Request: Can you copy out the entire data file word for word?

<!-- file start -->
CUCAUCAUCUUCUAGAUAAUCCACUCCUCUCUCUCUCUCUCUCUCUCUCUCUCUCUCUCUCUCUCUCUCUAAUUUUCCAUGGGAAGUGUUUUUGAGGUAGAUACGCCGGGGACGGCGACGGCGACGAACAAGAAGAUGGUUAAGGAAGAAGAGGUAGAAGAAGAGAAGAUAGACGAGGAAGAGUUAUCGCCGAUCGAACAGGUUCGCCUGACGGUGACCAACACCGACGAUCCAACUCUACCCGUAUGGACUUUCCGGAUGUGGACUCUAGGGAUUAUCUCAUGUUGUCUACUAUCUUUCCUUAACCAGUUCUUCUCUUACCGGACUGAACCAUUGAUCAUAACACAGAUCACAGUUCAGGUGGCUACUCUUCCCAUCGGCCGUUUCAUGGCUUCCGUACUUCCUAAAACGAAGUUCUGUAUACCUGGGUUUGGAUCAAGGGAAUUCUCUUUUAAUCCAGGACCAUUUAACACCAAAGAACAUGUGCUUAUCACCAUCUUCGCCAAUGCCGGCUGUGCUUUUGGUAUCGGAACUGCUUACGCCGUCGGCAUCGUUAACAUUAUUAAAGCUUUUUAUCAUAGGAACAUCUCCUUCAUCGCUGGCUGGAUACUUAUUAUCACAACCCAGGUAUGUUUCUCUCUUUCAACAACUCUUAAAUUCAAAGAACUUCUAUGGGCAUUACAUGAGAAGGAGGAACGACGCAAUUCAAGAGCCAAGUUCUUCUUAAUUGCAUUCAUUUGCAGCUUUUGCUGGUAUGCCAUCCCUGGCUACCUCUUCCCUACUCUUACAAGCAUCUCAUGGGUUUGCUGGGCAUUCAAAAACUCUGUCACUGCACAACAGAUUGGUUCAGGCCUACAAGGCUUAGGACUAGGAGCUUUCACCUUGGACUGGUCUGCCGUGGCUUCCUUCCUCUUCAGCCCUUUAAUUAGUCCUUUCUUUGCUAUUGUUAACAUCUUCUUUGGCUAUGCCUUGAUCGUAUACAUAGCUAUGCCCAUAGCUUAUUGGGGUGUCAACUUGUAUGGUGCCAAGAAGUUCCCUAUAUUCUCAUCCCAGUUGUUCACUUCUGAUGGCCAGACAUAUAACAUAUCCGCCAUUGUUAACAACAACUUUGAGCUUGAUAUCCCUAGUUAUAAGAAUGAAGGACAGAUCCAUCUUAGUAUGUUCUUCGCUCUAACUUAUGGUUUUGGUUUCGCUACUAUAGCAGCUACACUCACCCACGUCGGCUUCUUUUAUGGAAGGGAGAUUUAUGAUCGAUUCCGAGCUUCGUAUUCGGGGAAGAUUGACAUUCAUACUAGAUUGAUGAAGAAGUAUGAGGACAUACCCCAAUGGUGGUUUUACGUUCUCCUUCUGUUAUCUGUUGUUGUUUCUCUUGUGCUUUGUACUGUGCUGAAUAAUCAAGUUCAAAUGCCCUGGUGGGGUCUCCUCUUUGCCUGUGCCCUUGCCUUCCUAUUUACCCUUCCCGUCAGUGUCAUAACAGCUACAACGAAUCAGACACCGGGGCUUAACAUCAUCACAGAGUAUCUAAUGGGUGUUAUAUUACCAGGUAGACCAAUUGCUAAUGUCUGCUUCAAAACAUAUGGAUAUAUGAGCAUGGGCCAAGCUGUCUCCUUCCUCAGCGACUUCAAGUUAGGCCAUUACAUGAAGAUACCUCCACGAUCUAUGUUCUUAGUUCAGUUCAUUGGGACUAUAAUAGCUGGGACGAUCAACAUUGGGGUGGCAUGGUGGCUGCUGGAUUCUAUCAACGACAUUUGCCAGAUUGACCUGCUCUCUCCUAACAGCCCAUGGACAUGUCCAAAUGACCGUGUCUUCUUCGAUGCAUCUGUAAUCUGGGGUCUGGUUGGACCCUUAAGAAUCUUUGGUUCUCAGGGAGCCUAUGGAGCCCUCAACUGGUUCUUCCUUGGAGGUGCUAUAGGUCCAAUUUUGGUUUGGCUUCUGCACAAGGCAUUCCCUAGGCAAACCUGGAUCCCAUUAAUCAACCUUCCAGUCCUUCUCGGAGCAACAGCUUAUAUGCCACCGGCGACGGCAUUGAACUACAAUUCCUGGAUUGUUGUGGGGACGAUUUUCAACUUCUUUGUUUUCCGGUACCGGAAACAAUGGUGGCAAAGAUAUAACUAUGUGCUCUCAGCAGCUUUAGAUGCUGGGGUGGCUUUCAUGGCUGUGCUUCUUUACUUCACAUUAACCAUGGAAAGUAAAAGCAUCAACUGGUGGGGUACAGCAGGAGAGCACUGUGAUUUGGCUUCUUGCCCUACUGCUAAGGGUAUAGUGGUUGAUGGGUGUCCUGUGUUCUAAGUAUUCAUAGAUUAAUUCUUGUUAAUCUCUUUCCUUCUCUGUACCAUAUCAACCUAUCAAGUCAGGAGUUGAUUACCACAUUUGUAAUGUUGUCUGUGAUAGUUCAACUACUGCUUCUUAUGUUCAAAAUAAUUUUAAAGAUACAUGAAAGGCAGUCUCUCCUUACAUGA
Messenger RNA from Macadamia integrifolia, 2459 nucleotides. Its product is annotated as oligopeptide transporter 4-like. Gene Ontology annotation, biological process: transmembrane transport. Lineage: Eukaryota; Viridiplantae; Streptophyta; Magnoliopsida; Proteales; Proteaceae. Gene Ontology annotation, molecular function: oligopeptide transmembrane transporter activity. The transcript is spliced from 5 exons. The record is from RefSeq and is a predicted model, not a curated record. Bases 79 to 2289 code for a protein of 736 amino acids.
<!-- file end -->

CUCAUCAUCUUCUAGAUAAUCCACUCCUCUCUCUCUCUCUCUCUCUCUCUCUCUCUCUCUCUCUCUCUCUAAUUUUCCAUGGGAAGUGUUUUUGAGGUAGAUACGCCGGGGACGGCGACGGCGACGAACAAGAAGAUGGUUAAGGAAGAAGAGGUAGAAGAAGAGAAGAUAGACGAGGAAGAGUUAUCGCCGAUCGAACAGGUUCGCCUGACGGUGACCAACACCGACGAUCCAACUCUACCCGUAUGGACUUUCCGGAUGUGGACUCUAGGGAUUAUCUCAUGUUGUCUACUAUCUUUCCUUAACCAGUUCUUCUCUUACCGGACUGAACCAUUGAUCAUAACACAGAUCACAGUUCAGGUGGCUACUCUUCCCAUCGGCCGUUUCAUGGCUUCCGUACUUCCUAAAACGAAGUUCUGUAUACCUGGGUUUGGAUCAAGGGAAUUCUCUUUUAAUCCAGGACCAUUUAACACCAAAGAACAUGUGCUUAUCACCAUCUUCGCCAAUGCCGGCUGUGCUUUUGGUAUCGGAACUGCUUACGCCGUCGGCAUCGUUAACAUUAUUAAAGCUUUUUAUCAUAGGAACAUCUCCUUCAUCGCUGGCUGGAUACUUAUUAUCACAACCCAGGUAUGUUUCUCUCUUUCAACAACUCUUAAAUUCAAAGAACUUCUAUGGGCAUUACAUGAGAAGGAGGAACGACGCAAUUCAAGAGCCAAGUUCUUCUUAAUUGCAUUCAUUUGCAGCUUUUGCUGGUAUGCCAUCCCUGGCUACCUCUUCCCUACUCUUACAAGCAUCUCAUGGGUUUGCUGGGCAUUCAAAAACUCUGUCACUGCACAACAGAUUGGUUCAGGCCUACAAGGCUUAGGACUAGGAGCUUUCACCUUGGACUGGUCUGCCGUGGCUUCCUUCCUCUUCAGCCCUUUAAUUAGUCCUUUCUUUGCUAUUGUUAACAUCUUCUUUGGCUAUGCCUUGAUCGUAUACAUAGCUAUGCCCAUAGCUUAUUGGGGUGUCAACUUGUAUGGUGCCAAGAAGUUCCCUAUAUUCUCAUCCCAGUUGUUCACUUCUGAUGGCCAGACAUAUAACAUAUCCGCCAUUGUUAACAACAACUUUGAGCUUGAUAUCCCUAGUUAUAAGAAUGAAGGACAGAUCCAUCUUAGUAUGUUCUUCGCUCUAACUUAUGGUUUUGGUUUCGCUACUAUAGCAGCUACACUCACCCACGUCGGCUUCUUUUAUGGAAGGGAGAUUUAUGAUCGAUUCCGAGCUUCGUAUUCGGGGAAGAUUGACAUUCAUACUAGAUUGAUGAAGAAGUAUGAGGACAUACCCCAAUGGUGGUUUUACGUUCUCCUUCUGUUAUCUGUUGUUGUUUCUCUUGUGCUUUGUACUGUGCUGAAUAAUCAAGUUCAAAUGCCCUGGUGGGGUCUCCUCUUUGCCUGUGCCCUUGCCUUCCUAUUUACCCUUCCCGUCAGUGUCAUAACAGCUACAACGAAUCAGACACCGGGGCUUAACAUCAUCACAGAGUAUCUAAUGGGUGUUAUAUUACCAGGUAGACCAAUUGCUAAUGUCUGCUUCAAAACAUAUGGAUAUAUGAGCAUGGGCCAAGCUGUCUCCUUCCUCAGCGACUUCAAGUUAGGCCAUUACAUGAAGAUACCUCCACGAUCUAUGUUCUUAGUUCAGUUCAUUGGGACUAUAAUAGCUGGGACGAUCAACAUUGGGGUGGCAUGGUGGCUGCUGGAUUCUAUCAACGACAUUUGCCAGAUUGACCUGCUCUCUCCUAACAGCCCAUGGACAUGUCCAAAUGACCGUGUCUUCUUCGAUGCAUCUGUAAUCUGGGGUCUGGUUGGACCCUUAAGAAUCUUUGGUUCUCAGGGAGCCUAUGGAGCCCUCAACUGGUUCUUCCUUGGAGGUGCUAUAGGUCCAAUUUUGGUUUGGCUUCUGCACAAGGCAUUCCCUAGGCAAACCUGGAUCCCAUUAAUCAACCUUCCAGUCCUUCUCGGAGCAACAGCUUAUAUGCCACCGGCGACGGCAUUGAACUACAAUUCCUGGAUUGUUGUGGGGACGAUUUUCAACUUCUUUGUUUUCCGGUACCGGAAACAAUGGUGGCAAAGAUAUAACUAUGUGCUCUCAGCAGCUUUAGAUGCUGGGGUGGCUUUCAUGGCUGUGCUUCUUUACUUCACAUUAACCAUGGAAAGUAAAAGCAUCAACUGGUGGGGUACAGCAGGAGAGCACUGUGAUUUGGCUUCUUGCCCUACUGCUAAGGGUAUAGUGGUUGAUGGGUGUCCUGUGUUCUAAGUAUUCAUAGAUUAAUUCUUGUUAAUCUCUUUCCUUCUCUGUACCAUAUCAACCUAUCAAGUCAGGAGUUGAUUACCACAUUUGUAAUGUUGUCUGUGAUAGUUCAACUACUGCUUCUUAUGUUCAAAAUAAUUUUAAAGAUACAUGAAAGGCAGUCUCUCCUUACAUGA
Messenger RNA from Macadamia integrifolia, 2459 nucleotides. Its product is annotated as oligopeptide transporter 4-like. Gene Ontology annotation, biological process: transmembrane transport. Lineage: Eukaryota; Viridiplantae; Streptophyta; Magnoliopsida; Proteales; Proteaceae. Gene Ontology annotation, molecular function: oligopeptide transmembrane transporter activity. The transcript is spliced from 5 exons. The record is from RefSeq and is a predicted model, not a curated record. Bases 79 to 2289 code for a protein of 736 amino acids.